RIF: Do you have a favorite scene in Artemis? [Spoiler Alert!]

AW: Hm. I guess the scene toward the end—I mean, this is spoileriffic—but toward the end when the chloroform is all over the town, and she’s running through the knocked-out city.

RIF: I had a very detailed picture of Artemis in my head.

AW: Good, that’s what I wanted.

RIF: Just white, shiny halls everywhere.

AW: I imagined more like brushed metal, because they wouldn’t polish up the aluminum for the hallways.

RIF: That’s very true. What do you hope readers take away from Artemis?

AW: I hope they have a fun time reading it. I know that’s a cop-out kind of answer. All I ever want with my books is for someone to read it and put it away and go, “Huh, that was cool!” and hopefully recommend it to people.

RIF: And have the movie rights been bought for this?

AW: Yeah, Fox has already bought the film rights, so that’s pretty cool. That’s a significant investment on their part, and it means they’re taking it pretty seriously.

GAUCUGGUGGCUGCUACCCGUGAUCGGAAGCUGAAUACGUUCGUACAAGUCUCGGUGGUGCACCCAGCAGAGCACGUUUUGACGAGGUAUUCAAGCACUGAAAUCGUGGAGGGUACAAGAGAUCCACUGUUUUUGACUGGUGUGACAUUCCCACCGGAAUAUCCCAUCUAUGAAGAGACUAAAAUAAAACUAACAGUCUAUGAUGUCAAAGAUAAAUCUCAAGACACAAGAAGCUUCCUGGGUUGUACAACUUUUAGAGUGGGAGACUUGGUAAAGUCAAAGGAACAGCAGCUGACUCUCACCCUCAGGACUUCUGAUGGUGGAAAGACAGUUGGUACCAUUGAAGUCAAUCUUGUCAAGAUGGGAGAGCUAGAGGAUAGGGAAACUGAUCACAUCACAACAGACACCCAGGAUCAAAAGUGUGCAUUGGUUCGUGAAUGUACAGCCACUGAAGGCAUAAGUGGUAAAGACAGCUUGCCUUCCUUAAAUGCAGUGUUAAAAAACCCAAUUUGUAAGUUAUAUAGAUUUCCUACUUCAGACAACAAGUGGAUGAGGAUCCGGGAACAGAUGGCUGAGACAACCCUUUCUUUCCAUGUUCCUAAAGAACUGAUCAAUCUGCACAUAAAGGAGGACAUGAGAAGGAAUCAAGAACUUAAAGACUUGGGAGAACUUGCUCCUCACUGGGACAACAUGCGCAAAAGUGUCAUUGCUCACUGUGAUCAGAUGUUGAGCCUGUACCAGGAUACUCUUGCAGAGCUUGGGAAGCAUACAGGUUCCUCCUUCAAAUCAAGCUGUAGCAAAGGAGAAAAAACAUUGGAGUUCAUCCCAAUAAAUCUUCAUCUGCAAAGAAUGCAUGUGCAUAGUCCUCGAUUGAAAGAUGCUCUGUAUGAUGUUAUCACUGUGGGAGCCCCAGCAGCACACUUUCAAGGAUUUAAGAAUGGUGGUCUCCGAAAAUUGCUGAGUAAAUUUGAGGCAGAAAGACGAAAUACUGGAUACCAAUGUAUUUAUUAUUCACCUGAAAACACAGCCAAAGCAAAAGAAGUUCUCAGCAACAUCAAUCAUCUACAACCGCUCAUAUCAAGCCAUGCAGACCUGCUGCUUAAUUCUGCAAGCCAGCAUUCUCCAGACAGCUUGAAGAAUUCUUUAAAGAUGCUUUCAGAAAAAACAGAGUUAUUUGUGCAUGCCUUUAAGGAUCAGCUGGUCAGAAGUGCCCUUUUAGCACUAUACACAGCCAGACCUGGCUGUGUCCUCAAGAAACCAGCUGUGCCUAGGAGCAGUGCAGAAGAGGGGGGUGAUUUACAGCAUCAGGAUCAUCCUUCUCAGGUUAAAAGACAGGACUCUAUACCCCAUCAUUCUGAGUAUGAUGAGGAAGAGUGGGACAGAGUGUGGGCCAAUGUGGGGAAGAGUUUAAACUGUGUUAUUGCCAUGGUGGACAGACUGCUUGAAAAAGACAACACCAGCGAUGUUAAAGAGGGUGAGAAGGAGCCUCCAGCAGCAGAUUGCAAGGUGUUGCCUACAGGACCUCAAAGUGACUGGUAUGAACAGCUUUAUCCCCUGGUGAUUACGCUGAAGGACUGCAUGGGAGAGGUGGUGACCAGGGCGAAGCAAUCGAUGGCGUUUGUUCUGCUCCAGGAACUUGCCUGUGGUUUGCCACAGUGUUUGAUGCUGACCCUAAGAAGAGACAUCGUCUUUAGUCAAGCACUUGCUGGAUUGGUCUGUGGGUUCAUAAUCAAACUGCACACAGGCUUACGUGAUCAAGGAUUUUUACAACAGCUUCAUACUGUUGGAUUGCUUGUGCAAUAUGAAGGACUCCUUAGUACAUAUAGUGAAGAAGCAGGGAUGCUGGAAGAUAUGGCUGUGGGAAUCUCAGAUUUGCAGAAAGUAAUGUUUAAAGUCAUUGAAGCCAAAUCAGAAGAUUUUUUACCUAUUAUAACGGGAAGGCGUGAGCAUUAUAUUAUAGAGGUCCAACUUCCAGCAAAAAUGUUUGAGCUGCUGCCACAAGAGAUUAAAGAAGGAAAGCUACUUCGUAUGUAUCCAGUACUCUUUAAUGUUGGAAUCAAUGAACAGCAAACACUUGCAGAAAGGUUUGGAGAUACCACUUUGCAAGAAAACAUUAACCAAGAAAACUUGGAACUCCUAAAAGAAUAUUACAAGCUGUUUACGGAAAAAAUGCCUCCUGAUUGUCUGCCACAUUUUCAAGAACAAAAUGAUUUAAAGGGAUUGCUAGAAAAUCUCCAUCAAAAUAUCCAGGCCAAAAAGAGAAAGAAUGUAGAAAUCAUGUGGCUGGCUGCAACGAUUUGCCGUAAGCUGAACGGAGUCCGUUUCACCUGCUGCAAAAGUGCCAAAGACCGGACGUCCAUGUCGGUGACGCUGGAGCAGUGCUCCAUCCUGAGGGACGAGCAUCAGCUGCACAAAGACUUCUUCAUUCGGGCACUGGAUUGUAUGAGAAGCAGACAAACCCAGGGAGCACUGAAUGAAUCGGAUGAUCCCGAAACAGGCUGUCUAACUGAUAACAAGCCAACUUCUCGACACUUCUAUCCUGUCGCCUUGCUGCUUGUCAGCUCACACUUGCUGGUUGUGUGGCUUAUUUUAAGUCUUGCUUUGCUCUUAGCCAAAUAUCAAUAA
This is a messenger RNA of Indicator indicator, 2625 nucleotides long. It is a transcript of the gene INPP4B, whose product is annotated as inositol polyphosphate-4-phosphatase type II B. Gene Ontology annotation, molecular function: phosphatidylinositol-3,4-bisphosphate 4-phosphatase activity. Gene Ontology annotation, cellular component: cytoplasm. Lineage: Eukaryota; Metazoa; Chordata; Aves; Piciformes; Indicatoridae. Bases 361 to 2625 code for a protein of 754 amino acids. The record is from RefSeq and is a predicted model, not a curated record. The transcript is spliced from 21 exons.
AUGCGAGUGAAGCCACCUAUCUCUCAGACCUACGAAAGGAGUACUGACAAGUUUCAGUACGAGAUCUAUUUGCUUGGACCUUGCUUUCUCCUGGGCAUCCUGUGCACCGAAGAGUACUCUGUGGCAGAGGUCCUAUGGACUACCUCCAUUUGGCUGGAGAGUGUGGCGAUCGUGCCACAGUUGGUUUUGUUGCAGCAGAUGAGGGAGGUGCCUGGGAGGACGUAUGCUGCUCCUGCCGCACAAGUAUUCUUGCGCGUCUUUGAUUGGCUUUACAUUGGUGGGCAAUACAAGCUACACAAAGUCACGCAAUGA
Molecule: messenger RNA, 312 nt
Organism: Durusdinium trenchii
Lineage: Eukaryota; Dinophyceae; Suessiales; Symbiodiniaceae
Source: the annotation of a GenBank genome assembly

RIF: That’s so cool. I can’t wait to see their imagination of Artemis.

AW: Me too, of course. A million things have to go just right for a movie to get green-lighted, so it’s still very, very far from a guarantee.

RIF: What are you reading right now?

AW: Normally, I say nothing because I just don’t have time to read, but I’m reading The Midnight Line, the latest Jack Reacher novel.


Author Photo: © Aubrie Pick

ANDY WEIR was first hired as a programmer for a national laboratory at age 15 and has been working as a software engineer ever since. He is also a lifelong space nerd and a devoted hobbyist of subjects like relativistic physics, orbital mechanics, and the history of manned spaceflight.

About Abbe Wright

Abbe Wright

ABBE WRIGHT is the Editor of Read It Forward. As a kid, she used to get in trouble at summer camp for using a flashlight to read inside her sleeping bag after lights out, but these days, she lives in Brooklyn, where nobody minds if she stays up late reading. She has written for Glamour, O, The Oprah Magazine and The Cut and tweets about books (and The Bachelor) at @abbewright.